Inside Llewyn Davis (2013) Film Review

“If it was never new, and it never gets old, then it’s a folk song.”

Inside Llewyn Davis inhabits a cold, blustery, 1960s Greenwich Village. On the fringe of the new folk movement, directionless singer-songwriter Llewyn Davis (Oscar Isaac) drifts between the loss of his writing partner and the hope that he can make it on his own. The introduction of conflict through a one-night stand (Carey Mulligan) and its accidental consequences, and the adoption of a friend’s cat suggest that Llewyn’s life could change if he’ll let it.

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Inside Llewyn Davis, written and directed by Joel and Ethan Coen, is a story that never quite resolves. This is a film about loose ends and unresolved potential, set in a cold, indifferent world. The open-ended nature of the final scene leaves viewers with the contradictory notions of promise and failure.

The life of Llewyn Davis is one of uncertainty and Davis is buffeted by homelessness, lack of money, and the question of whether or not he’s any good. This is a sombre film and one that smacks of sadness and cold realism. For every successful songwriter that has survived the test of time, there are hundreds who failed. Not because they were worse than their contemporaries but simply because their opportunity never arrived. Where Llewyn Davis sits in that hierarchy is what the film sets out to define.

If viewers are looking for a simple, clear-cut tale of redemption, then Inside Llewyn Davis will disappoint. The elliptical nature of the narrative means that this film never fulfills any sort of genre expectation. Instead the film reflects the journey of the protagonist and the heartfelt plucking and strumming of Davis’s folk performances never quite receive the acclaim it deserves. (Inside Llewyn Davis was snubbed at the Oscars).

There are a number of great scenes in this movie; from the opening, tightly framed rendition of Hang Me to the not-quite-good enough performance for a label executive, but there is one scene that stands out and it cuts straight to the core of the movie. Llewyn Davis is struggling for money and so he agrees to a session guitarist role with novelty group, the John Glenn Singers. They perform a goofy pop song, “Please Mr Kennedy.” Unlike Llewyn’s brooding folk output, this song is catchy and sellable and the hook, “I don’t want to go to outer space” reflects Llewyn’s fear of the future and perhaps more accurately, change. America is headed towards the stars but Llewyn would prefer to remain in the past.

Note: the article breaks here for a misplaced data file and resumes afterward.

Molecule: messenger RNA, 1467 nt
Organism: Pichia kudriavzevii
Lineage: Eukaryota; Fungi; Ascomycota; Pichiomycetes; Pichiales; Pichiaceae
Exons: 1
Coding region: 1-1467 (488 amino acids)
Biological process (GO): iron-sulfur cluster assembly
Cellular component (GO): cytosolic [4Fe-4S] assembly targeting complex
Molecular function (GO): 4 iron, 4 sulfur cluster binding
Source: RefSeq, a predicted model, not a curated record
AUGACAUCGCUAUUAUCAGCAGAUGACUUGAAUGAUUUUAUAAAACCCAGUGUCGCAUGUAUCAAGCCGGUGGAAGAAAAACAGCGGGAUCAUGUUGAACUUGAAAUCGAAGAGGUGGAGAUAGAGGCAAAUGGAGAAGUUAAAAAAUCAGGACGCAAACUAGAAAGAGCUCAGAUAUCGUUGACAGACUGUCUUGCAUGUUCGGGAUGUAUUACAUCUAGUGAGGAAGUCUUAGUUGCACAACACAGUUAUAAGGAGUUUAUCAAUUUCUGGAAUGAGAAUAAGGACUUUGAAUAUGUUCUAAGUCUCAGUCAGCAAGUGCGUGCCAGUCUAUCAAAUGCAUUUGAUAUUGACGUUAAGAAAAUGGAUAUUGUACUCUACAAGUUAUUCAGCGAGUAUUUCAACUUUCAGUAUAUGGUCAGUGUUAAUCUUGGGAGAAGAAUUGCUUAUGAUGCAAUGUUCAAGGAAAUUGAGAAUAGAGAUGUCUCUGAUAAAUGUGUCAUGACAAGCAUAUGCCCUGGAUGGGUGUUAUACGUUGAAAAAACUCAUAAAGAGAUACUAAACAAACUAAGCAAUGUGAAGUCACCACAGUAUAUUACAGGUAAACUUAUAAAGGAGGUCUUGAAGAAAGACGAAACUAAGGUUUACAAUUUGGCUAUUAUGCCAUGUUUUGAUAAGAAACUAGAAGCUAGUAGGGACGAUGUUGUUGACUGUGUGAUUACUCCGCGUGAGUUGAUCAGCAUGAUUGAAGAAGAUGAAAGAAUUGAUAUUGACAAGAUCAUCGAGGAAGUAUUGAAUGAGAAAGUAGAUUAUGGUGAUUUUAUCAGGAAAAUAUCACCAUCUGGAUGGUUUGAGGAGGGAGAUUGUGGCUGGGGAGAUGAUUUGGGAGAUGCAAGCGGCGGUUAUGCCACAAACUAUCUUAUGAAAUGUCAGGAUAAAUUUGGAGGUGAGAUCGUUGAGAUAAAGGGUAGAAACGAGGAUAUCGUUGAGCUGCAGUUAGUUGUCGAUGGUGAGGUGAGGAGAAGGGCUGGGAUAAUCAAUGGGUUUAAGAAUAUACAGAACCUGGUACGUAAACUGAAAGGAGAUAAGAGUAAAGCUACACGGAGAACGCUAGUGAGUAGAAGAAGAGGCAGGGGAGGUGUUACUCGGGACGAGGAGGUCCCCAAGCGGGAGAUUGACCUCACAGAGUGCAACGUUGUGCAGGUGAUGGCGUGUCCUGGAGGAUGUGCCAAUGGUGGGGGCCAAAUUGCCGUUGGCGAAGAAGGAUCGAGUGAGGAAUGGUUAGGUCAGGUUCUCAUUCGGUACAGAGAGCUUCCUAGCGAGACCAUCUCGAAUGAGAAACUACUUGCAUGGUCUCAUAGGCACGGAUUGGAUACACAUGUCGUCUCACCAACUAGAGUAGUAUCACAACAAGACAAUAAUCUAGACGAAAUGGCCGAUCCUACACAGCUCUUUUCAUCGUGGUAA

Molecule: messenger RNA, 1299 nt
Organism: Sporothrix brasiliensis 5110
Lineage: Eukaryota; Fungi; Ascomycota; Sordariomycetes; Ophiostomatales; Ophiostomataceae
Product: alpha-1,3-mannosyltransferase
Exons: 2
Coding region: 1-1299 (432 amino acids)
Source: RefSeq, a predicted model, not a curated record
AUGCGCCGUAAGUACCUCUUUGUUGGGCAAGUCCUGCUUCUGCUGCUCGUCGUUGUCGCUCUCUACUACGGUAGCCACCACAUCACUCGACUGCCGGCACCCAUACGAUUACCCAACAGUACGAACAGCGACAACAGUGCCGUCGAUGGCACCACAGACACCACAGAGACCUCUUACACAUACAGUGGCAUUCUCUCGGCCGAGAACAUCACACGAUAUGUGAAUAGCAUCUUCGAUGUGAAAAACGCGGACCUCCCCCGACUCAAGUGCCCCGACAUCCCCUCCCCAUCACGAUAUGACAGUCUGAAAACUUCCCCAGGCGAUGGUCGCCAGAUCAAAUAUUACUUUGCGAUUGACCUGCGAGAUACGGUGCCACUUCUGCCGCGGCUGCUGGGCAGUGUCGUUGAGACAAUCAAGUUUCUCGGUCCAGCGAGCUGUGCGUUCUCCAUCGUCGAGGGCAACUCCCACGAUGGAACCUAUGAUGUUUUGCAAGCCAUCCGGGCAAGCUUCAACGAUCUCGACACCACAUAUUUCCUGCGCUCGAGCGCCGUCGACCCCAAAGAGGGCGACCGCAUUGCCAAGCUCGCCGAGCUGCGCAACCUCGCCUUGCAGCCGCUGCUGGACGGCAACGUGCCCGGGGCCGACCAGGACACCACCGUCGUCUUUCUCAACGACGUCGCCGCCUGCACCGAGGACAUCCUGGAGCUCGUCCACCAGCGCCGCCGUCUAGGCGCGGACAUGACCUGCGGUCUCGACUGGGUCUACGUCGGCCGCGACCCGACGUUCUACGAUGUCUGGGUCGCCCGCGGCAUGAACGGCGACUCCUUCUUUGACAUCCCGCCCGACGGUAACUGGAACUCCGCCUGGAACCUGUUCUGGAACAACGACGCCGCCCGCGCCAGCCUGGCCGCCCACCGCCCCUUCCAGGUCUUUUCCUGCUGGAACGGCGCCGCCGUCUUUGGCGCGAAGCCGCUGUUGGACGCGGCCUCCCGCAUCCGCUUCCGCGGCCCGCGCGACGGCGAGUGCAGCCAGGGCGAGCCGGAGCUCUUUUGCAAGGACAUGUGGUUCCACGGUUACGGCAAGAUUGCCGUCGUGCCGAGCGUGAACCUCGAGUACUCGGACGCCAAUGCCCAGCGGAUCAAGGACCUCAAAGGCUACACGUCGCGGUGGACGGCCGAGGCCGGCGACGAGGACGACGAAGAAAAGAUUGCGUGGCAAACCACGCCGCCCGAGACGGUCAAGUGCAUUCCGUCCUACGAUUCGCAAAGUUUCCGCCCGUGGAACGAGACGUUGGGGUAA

Llewyn Davis isn’t a good guy. He’s dismissive and Oscar Isaac conveys this disdain through droopy-eyed sneers. Llewyn is ultimately unlikeable but that’s not to say un-relatable. However his attempts to get money together for an abortion are unpleasant and at times downright morally questionable. But viewers should remember that Llewyn is a tortured soul, all alone in the big bad world and his musical career is in tatters after his song-writing partner jumped off a bridge. The world is conspiring against him.

But is that really accurate? The Coen brothers leave that decision to the viewer. Llewyn is a good musician and the songs he sings often hit home. But it’s his inability to socialise and get on with his friends that let him down. A taught dinner scene later in the film highlights this anti social egotistical streak. Perhaps the point of Inside Llewyn Davis is that no one can make it alone. We need help at times, even if it’s just a sofa to crash on for a night.

Llewyn Davis is a good musician and he often plays from his heart. But his arrogance serves to distance him from everyone else and its hard not to finish the film with the feeling that he was never quite good enough.

That’s not true of the film itself however and Inside Llewyn Davis is a charming snap shot of life in Greenwich Village in the sixties. Look out for the performer who upstages Llewyn at the end. It’s a moment that hits hard and leaves viewers with the melancholic understanding of Llewyn Davis’s place in the sixties folk scene.

Inside Llewyn Davis is a gentle and wistful film, and its heartfelt, and ultimately timeless story is that of a man striving for more (and failing.) Its in that failure that the film finds sadness and bitterness, but, and this is its great strength, through the striving it also manages to find humour and even great tenderness.

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